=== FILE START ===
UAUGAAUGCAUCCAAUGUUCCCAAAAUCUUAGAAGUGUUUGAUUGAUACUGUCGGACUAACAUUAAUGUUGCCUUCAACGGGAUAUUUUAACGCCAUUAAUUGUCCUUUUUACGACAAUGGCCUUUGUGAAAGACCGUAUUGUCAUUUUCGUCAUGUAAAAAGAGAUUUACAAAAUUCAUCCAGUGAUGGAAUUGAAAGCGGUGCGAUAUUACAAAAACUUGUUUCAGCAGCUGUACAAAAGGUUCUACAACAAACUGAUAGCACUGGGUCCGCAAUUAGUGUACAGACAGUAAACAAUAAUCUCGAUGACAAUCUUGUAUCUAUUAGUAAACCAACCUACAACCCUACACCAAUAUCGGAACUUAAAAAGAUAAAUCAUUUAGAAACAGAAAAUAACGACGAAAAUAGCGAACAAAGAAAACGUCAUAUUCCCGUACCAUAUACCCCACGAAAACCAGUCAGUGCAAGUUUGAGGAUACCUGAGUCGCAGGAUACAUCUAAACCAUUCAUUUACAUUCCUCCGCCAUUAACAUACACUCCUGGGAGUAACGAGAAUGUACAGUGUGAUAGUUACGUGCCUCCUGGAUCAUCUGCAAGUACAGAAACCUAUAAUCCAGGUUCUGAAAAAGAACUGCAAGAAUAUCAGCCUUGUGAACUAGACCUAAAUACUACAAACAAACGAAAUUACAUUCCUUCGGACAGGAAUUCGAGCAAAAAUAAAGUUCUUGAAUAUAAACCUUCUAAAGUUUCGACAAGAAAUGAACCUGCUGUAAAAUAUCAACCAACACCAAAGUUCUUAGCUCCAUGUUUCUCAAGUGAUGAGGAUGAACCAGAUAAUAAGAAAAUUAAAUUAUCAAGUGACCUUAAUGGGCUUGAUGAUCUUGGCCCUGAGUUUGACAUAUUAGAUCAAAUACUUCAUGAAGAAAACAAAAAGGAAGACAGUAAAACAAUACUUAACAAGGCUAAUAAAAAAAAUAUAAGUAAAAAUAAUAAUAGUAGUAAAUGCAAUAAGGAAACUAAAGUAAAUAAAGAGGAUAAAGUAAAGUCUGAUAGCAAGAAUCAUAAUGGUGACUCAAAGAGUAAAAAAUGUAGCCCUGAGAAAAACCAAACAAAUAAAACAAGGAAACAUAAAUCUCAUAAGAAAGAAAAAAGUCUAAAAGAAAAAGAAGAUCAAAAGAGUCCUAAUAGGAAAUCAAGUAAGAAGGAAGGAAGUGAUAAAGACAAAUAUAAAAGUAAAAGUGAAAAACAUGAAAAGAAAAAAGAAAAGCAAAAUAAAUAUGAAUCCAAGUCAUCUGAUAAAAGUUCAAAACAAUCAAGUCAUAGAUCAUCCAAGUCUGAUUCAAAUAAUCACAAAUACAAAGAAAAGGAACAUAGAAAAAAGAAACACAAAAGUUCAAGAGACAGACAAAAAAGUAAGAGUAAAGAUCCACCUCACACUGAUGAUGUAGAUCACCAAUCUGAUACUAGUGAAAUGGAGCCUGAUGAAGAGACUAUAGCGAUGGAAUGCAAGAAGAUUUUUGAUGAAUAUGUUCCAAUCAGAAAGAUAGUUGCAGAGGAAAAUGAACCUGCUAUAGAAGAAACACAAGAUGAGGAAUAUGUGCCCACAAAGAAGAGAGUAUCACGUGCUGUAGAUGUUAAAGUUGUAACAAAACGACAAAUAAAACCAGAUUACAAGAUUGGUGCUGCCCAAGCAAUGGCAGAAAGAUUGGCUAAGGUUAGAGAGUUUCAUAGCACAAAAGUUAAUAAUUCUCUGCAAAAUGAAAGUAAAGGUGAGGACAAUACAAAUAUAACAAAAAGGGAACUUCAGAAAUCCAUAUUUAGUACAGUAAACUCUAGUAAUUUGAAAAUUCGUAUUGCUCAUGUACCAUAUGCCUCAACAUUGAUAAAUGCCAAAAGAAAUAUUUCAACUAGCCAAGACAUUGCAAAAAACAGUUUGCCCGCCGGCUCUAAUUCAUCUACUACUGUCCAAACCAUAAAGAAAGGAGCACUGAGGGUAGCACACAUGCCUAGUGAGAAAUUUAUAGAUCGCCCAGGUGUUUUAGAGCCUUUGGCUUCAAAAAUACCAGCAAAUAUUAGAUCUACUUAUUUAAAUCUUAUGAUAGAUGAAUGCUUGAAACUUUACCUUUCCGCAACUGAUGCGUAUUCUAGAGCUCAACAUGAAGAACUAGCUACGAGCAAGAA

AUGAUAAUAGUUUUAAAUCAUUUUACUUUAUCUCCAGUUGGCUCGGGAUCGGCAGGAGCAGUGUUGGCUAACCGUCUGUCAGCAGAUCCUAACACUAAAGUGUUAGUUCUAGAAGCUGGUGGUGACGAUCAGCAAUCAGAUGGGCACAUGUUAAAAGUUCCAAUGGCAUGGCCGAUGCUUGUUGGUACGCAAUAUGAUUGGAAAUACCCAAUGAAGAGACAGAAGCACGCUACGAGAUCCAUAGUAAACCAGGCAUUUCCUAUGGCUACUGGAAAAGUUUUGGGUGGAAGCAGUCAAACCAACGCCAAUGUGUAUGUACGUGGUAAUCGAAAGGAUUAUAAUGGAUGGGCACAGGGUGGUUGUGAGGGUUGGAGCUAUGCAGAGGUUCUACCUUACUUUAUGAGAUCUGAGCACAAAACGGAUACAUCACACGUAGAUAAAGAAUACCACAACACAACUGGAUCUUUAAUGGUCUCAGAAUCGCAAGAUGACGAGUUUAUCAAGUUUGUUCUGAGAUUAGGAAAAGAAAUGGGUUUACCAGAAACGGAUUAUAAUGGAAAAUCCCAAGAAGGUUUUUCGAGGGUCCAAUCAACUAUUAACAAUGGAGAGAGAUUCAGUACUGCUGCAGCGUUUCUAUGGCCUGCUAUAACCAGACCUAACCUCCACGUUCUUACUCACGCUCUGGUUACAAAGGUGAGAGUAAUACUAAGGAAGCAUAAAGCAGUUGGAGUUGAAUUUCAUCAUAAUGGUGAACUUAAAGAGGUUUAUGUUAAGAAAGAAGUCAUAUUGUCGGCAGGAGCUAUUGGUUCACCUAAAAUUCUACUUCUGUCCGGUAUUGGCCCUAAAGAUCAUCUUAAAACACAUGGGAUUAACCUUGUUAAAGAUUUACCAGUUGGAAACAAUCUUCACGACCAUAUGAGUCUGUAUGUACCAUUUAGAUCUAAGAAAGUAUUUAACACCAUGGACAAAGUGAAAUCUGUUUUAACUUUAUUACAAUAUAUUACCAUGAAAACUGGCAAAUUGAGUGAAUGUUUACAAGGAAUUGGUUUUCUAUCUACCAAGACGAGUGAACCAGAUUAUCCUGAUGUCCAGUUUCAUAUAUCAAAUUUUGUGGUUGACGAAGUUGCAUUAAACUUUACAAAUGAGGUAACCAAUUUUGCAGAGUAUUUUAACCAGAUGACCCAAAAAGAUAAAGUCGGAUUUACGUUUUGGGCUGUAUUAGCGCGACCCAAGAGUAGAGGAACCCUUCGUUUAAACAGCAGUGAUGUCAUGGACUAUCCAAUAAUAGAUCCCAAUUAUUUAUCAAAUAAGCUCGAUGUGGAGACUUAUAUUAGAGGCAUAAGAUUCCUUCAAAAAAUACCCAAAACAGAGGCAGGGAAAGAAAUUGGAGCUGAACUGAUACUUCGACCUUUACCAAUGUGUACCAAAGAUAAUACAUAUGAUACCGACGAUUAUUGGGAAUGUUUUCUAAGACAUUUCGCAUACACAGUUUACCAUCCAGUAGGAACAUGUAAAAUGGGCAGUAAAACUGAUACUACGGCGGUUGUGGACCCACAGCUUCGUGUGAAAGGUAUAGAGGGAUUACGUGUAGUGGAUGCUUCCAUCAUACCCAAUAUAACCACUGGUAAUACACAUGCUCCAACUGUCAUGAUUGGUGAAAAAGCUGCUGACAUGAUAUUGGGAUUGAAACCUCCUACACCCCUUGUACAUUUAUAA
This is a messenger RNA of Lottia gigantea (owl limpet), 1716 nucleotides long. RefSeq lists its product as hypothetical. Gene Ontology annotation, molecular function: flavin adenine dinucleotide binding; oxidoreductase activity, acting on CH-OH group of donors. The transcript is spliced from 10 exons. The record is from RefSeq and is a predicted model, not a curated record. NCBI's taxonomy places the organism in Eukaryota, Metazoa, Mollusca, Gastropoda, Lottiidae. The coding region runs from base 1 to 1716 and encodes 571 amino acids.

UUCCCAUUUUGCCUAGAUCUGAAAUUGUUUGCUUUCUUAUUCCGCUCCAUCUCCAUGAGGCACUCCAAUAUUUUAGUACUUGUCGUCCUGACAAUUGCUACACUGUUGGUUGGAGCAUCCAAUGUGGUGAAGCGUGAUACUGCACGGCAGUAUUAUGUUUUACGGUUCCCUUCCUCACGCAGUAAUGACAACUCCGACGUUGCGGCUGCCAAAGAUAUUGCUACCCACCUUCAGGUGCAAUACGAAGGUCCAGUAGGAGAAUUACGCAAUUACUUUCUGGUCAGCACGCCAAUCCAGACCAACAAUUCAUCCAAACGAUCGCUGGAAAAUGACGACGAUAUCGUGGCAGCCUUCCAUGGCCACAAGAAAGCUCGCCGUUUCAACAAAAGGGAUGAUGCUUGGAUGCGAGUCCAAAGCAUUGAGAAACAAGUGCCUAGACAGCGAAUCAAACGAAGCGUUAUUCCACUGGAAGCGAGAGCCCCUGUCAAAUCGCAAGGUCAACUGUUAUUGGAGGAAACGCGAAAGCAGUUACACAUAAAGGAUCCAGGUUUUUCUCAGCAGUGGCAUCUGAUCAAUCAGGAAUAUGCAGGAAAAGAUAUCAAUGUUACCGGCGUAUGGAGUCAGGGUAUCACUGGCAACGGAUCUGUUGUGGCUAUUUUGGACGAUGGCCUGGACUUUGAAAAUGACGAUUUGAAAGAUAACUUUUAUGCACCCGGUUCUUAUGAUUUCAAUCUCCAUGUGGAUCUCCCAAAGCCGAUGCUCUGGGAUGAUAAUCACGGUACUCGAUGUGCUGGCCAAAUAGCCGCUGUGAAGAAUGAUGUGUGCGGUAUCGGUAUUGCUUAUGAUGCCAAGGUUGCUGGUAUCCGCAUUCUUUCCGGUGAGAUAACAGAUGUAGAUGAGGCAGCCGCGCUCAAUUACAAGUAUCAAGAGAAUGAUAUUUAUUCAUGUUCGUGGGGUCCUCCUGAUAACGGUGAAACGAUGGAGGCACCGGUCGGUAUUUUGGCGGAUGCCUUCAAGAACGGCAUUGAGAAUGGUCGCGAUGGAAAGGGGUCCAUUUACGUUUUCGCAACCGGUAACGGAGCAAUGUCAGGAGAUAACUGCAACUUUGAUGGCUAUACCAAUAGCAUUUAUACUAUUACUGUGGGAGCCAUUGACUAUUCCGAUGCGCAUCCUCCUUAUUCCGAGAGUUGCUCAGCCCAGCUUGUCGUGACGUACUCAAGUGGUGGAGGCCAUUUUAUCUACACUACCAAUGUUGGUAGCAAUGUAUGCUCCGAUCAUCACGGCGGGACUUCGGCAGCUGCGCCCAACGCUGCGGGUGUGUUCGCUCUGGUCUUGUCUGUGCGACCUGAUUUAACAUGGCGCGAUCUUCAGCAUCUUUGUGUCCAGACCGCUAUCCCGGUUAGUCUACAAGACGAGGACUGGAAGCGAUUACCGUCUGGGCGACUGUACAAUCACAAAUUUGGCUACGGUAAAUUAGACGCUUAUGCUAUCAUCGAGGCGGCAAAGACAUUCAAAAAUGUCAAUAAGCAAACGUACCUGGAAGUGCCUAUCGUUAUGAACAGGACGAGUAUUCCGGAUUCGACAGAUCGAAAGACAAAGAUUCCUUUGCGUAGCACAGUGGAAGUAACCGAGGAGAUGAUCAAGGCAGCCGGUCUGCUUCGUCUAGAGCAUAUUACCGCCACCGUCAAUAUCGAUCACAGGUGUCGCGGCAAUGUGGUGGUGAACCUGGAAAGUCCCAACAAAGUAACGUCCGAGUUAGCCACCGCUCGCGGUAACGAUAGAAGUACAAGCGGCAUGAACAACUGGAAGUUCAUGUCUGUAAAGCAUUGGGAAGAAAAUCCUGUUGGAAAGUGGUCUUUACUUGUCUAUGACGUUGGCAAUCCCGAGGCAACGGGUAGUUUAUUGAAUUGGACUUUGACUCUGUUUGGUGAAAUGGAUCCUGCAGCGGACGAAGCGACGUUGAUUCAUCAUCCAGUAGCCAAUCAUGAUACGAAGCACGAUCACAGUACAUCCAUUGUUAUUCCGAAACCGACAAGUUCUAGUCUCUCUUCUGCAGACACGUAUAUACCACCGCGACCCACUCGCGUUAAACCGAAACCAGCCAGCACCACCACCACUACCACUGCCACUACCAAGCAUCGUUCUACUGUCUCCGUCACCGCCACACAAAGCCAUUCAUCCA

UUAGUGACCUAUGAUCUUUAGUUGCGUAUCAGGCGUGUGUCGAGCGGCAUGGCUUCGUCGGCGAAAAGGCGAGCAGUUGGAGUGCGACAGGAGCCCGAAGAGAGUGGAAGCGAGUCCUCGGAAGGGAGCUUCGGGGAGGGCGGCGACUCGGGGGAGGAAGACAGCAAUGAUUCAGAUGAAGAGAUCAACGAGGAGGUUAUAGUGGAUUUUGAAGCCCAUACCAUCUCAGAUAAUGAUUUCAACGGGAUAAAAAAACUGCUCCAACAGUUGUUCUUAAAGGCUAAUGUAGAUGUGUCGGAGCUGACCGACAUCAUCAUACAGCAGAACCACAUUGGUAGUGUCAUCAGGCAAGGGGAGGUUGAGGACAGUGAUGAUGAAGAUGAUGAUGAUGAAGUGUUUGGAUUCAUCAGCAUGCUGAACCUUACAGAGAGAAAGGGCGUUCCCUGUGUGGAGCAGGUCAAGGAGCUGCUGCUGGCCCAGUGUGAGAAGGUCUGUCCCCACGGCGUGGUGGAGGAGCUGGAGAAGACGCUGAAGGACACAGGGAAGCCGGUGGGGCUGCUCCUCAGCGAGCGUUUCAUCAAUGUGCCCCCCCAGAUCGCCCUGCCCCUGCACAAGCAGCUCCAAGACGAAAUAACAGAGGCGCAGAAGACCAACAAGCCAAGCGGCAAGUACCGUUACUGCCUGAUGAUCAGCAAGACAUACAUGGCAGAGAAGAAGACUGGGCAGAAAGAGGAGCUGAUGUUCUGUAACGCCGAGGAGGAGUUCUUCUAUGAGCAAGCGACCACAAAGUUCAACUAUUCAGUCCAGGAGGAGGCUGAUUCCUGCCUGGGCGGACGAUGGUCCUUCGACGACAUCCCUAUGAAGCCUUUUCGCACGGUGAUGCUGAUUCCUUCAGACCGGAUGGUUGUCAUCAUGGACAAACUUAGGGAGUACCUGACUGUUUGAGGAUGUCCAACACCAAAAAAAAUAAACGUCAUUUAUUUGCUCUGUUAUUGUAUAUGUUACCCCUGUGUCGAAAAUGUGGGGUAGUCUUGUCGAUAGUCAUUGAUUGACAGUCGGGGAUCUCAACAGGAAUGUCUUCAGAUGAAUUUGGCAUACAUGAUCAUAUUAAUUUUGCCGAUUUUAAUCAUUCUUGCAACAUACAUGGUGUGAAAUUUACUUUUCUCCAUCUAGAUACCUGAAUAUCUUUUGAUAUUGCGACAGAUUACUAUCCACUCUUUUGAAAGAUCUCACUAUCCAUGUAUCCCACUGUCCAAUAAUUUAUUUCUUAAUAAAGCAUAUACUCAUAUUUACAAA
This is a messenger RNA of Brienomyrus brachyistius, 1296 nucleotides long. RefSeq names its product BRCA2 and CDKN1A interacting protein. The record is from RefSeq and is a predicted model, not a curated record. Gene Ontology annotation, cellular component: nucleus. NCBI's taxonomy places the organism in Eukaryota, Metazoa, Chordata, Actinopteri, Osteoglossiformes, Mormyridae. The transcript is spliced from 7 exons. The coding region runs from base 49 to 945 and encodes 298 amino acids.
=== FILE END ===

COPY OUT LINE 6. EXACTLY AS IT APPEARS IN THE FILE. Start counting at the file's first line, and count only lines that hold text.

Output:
This is a messenger RNA of Brienomyrus brachyistius, 1296 nucleotides long. RefSeq names its product BRCA2 and CDKN1A interacting protein. The record is from RefSeq and is a predicted model, not a curated record. Gene Ontology annotation, cellular component: nucleus. NCBI's taxonomy places the organism in Eukaryota, Metazoa, Chordata, Actinopteri, Osteoglossiformes, Mormyridae. The transcript is spliced from 7 exons. The coding region runs from base 49 to 945 and encodes 298 amino acids.